Halcyon House

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Halcyon House
Halcyon House.JPG
Showing Clemens' 20th century facade
Halcyon House is located in Washington, D.C.
Halcyon House
Location 3400 Prospect Street NW
Washington, D.C.
Nearest city Washington, D.C.
Coordinates 38°54′20.7″N 77°4′5″W / 38.905750°N 77.06806°W / 38.905750; -77.06806Coordinates: 38°54′20.7″N 77°4′5″W / 38.905750°N 77.06806°W / 38.905750; -77.06806
Built 1787[1]
Architect Benjamin Stoddert[1]
Architectural style Federal[2]
NRHP Reference # 71001002
Added to NRHP March 31, 1971

Halcyon House is a Federal-style[2] home in Washington, D.C. Located in the heart of Georgetown, the house was built beginning in 1787 by the first Secretary of the Navy, Benjamin Stoddert.[1][3] Its gardens were designed by Pierre L'Enfant,[4] and for several decades in the early 19th century Halcyon House was the center of much of Washington's social life.[3]

History[edit]

After the death of his wife and his finances declining, Stoddert transferred ownership of Halcyon House in 1802 to his daughter, Elizabeth Ewell, and her husband, Thomas.[5] Thomas and Elizabeth's sixth child, Richard S. Ewell, was born in the house in 1817, and he went on to become a noted Confederate general during the American Civil War under Stonewall Jackson and Robert E. Lee.[5] The Ewells vacated the home in 1818.[5] A succession of owners had possession of the house over the next 80 years.[6]

Halcyon House was sold in 1900 to Albert Clemens, a nephew of Mark Twain.[1][3] The original structure was heavily altered over the next 38 years as Clemens renovated the house and added structures.[1][3] Clemens believed that perpetually rebuilding the house would extend his life.[4][6] The coach house was joined to the building, the north face and rear of the house added onto extensively with apartments, rooms were built within rooms, hallways added and then walled off, and even a small crypt added in one room.[4][6] After Clemens' death, the house stood unoccupied for four years until purchased by Dorothy W. Sterling, the wife of the U.S. Ambassador to Sweden.[6] Ownership changed again in 1951,[6] and Georgetown University bought the property in 1961 and used it as a dormitory.[3]

Halcyon House was purchased by architect Edmund Dreyfuss in 1966 and, as of 2009, was occupied by his son, noted sculptor John Dreyfuss.[3][7] The historic home was extensively reconstructed from 1978 to 1995 to restore it to its original appearance.[3] The house and grounds are listed on the National Register of Historic Places[6] and during the period Dreyfuss maintained residency and ownership, served primarily as a venue for special events.[3] Halcyon House was put on the market in 2008 for $30 million.[8] It was re-listed in January 2010 and, as of September 20, 2010, had been on the market for 250 days and was listed at $19.5 million.[9]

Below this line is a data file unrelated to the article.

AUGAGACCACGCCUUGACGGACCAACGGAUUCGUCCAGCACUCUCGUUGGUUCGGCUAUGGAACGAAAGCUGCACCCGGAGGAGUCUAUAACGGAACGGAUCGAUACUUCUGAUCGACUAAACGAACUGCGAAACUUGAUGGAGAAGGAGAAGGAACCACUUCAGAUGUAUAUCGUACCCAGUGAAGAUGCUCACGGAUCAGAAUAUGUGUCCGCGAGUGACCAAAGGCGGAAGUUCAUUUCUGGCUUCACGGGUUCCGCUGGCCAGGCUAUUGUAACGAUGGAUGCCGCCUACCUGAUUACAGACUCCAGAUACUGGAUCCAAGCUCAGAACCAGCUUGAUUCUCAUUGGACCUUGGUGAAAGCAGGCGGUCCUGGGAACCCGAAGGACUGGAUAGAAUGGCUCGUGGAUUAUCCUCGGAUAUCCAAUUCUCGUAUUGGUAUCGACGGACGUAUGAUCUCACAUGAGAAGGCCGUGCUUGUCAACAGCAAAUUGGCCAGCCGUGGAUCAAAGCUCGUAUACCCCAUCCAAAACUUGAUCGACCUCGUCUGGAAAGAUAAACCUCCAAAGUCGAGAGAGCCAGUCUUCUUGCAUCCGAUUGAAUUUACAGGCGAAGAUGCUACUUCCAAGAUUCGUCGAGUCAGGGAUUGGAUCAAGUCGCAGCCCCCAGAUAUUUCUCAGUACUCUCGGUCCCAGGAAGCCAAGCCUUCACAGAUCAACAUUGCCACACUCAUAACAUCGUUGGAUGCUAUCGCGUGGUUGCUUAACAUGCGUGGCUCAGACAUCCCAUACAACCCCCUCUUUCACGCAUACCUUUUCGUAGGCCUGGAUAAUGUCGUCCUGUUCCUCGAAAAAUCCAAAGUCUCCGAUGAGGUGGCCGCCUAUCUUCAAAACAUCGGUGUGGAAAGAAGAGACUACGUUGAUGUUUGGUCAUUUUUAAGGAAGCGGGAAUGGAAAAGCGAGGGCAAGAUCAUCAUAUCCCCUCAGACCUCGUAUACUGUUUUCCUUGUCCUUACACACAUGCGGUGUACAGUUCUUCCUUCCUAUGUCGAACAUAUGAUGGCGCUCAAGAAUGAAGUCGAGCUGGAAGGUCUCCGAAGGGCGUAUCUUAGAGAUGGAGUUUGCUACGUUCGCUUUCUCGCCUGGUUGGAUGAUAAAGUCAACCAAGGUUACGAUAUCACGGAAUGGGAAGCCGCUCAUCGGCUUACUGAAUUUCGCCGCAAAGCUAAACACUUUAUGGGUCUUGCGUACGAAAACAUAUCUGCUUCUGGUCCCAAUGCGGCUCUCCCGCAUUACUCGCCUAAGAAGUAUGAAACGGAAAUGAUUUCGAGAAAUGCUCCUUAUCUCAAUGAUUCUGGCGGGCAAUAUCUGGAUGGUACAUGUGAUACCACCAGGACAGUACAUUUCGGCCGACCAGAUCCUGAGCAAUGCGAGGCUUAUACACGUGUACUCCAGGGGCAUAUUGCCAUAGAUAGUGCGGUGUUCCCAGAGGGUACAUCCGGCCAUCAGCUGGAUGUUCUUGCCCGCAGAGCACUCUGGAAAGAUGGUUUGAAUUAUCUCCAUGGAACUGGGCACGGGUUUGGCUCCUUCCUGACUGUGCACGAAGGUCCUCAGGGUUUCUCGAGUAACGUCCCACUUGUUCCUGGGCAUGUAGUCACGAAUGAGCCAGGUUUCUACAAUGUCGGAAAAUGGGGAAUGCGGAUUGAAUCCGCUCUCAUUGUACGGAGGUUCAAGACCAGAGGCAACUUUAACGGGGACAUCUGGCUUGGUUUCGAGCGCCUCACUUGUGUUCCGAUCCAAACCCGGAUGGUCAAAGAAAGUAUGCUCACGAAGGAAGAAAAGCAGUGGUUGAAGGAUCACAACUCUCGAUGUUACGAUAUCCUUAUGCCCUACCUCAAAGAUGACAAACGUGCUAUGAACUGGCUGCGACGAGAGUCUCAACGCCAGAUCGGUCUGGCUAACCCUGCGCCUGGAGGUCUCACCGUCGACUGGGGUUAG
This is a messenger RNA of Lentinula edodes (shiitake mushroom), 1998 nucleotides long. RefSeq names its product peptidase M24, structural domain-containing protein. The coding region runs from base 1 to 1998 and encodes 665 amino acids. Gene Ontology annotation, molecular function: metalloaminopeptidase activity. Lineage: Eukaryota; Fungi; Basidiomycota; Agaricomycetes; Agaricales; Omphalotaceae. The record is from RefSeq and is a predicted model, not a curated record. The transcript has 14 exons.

In November 2011 the Halcyon House sold for a price of $12.5 million to Dr. Sachiko Kuno, and Dr. Ryuji Ueno, just two weeks after the price was lowered from $15 million.[10] The house is currently used as headquarters for the S&R Foundation, a non-profit whose mission is to "support talented individuals with great potential and high aspirations in the arts, sciences, and social entrepreneurship, especially those who are furthering international cultural collaboration." [11]

References[edit]

  1. ^ a b c d e Moeller, Gerard Martin and Weeks, Christopher. AIA Guide to the Architecture of Washington, D.C. 4th ed. Baltimore: Johns Hopkins University Press, 2006. ISBN 0-8018-8468-3
  2. ^ a b Poppeliers, John C. and Chambers, S. Allen. What Style Is It?: A Guide to American Architecture. 2d rev. ed. Hoboken, N.J.: John Wiley and Sons, 2003. ISBN 0-471-25036-8
  3. ^ a b c d e f g h Gamarekian, Barbara. "200 Years of House, 17 Years of Renovation." New York Times. July 27, 1995.
  4. ^ a b c Alexander, John. Ghosts: Washington's Most Famous Ghost Stories. Arlington, Va.: The Washington Book Trading Co., 1988. ISBN 978-0915168071
  5. ^ a b c Casdorph, Paul D. Confederate General R.S. Ewell: Robert E. Lee's Hesitant Commander. Lexington, Ky.: University Press of Kentucky, 2004. ISBN 0-8131-2305-4
  6. ^ a b c d e f National Park Service. "National Register Information System". Archived from the original on 2007-06-11. Retrieved 2007-06-27. 
  7. ^ Donnally, Trish. "Inspiring Sculpture Studio in Halcyon House." Washington Spaces. Winter 2005.
  8. ^ Fleishman, Sandra. "$49 Million. In This Economy?" Washington Post. October 4, 2008; Castro, Melissa. "Halcyon House May Break Record." Washington Business Journal. August 29, 2008.
  9. ^ TTR Sotheby's International Realty
  10. ^ UrbanTurf LLC
  11. ^ "The S&R Foundation". Retrieved 2014-03-10. 

External links[edit]